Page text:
“The biggest ever face update pack.”
In his discussion with Squawka, Adam spoke most excitedly about one key element of the Euro 2016 update – a raft of new player faces.
Such a change is certainly refreshing, especially due to its impact on the base game too. An added layer of realism through up-to-date player models is hopefully a precedent for future iterations.
Adam exclusively reveals: “Every single player in the tournament will be in the squads. We’re doing the biggest ever face update pack.
“We’re adding nearly 200 faces, and the 200 faces are based on all of the teams in the Euros.
“For Russia we’re adding 11 players, for Wales it’s eight, for England it’s 10… There’s tonnes of teams where the starting line-up will be extremely strong, and we’ll have fantastic photo-realistic faces.”
“We’re doing a lot with myClub, like the best performing players, special agents based on the captains and key players of each team. That will be very fluid throughout the tournament.
“We acknowledge the frustration from some of the fans regarding [not having] as much content as possible, not maxing out. Within the restrictions we have, I think we went the extra mile in certain areas, but in other areas we just couldn’t go that far.”
That final comment will come as a blow to a fan-base which has a lingering feeling of a missed opportunity, from one of the most exciting mid-game updates the genre has ever seen. The judgement will become clearer later this week – on 24th March.
“When people ask me about FIFA, I take it as a compliment.”
In a welcome change of tack, Konami have decided to market this DLC well – Adam says they’ve “put the effort in”.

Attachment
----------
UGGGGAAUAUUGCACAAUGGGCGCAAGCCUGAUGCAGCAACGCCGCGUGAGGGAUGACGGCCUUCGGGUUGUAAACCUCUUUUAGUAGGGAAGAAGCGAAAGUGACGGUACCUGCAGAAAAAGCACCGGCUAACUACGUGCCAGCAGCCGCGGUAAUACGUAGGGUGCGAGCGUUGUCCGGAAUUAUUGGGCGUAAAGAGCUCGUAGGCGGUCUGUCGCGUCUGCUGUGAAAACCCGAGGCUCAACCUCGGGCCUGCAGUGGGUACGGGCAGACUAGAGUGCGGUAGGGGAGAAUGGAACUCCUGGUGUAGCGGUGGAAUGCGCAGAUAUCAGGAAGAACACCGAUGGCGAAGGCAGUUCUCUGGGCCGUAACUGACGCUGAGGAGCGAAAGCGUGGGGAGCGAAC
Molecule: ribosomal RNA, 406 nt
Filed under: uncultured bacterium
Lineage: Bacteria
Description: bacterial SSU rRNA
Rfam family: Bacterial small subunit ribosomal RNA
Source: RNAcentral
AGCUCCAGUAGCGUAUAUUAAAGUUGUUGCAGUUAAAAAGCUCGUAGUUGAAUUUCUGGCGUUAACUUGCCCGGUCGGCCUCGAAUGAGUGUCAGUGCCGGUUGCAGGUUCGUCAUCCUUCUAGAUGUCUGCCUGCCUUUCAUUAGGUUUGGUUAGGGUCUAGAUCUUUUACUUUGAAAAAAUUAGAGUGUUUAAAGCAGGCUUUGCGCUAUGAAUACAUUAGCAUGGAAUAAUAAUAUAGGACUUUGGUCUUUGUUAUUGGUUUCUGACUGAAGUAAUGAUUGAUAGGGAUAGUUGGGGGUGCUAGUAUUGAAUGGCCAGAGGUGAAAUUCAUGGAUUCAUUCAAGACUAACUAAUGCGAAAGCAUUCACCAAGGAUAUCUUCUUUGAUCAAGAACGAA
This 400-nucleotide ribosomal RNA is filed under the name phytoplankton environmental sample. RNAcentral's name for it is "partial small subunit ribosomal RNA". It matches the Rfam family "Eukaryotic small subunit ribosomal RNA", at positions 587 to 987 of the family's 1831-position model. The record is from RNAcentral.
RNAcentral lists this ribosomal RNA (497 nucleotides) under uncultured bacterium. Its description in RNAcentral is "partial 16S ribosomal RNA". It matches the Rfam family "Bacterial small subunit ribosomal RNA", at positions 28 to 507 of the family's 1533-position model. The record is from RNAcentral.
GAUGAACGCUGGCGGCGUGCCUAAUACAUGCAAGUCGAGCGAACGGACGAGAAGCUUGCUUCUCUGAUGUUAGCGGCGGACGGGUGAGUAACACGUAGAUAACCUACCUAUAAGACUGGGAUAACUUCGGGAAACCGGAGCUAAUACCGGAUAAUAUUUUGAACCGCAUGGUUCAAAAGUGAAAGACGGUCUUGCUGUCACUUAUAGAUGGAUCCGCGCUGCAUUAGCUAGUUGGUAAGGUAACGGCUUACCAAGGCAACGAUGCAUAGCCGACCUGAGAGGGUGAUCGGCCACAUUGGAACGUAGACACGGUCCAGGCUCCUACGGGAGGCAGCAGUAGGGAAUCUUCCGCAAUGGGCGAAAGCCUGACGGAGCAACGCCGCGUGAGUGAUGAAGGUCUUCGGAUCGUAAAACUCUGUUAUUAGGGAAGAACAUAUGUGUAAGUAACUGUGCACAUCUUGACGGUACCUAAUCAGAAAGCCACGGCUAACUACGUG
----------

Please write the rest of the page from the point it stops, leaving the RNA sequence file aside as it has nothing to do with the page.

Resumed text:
The physical release of course has a cover star, in Wales and Real Madrid hero Gareth Bale, who Adam is to meet soon: “I hope to see if he’s good at PES!”
The focus on marketing and attracting big-name ambassadors is something that Pro Evo’s rival nails. EA Sports’ FIFA has become a behemoth, striking gold at the perfect time, as online play and gaming in general hit the ‘mainstream’.
Though the quality of gameplay has now swung back into Konami’s favour, the off-field experience, polish and public perception has not.
Mulling over where and how PES will compete, Adam says: “When it comes to the set FIFA fan and what they’re looking for, it really does come down to licensing.
“If you look for an authentic football game with all the licences, there’s only one winner. [We can’t] fight them in that field. That’s why we always focus on the gameplay – we want to be authentic on the pitch.
“The biggest issue we have is making sure that we can communicate that without getting on TV, and being on social media where all the footballers are being paid to say ‘Great game! Love it! Banter, banter, play online, great goal mate!’ It’s a different kind of world.
“But, when people ask me about FIFA, I take it as a compliment. The way EA go after licences, how they market that game, it’s a completely different planet to how PES is run.”
“FIFA is trying to be another Coca-Cola or Nike.”
Adam continues: “Naturally we get put into the same sphere, but we have two completely different targets. FIFA is trying to be another Coca-Cola or Nike brand. We just want to be the No.1-rated football game.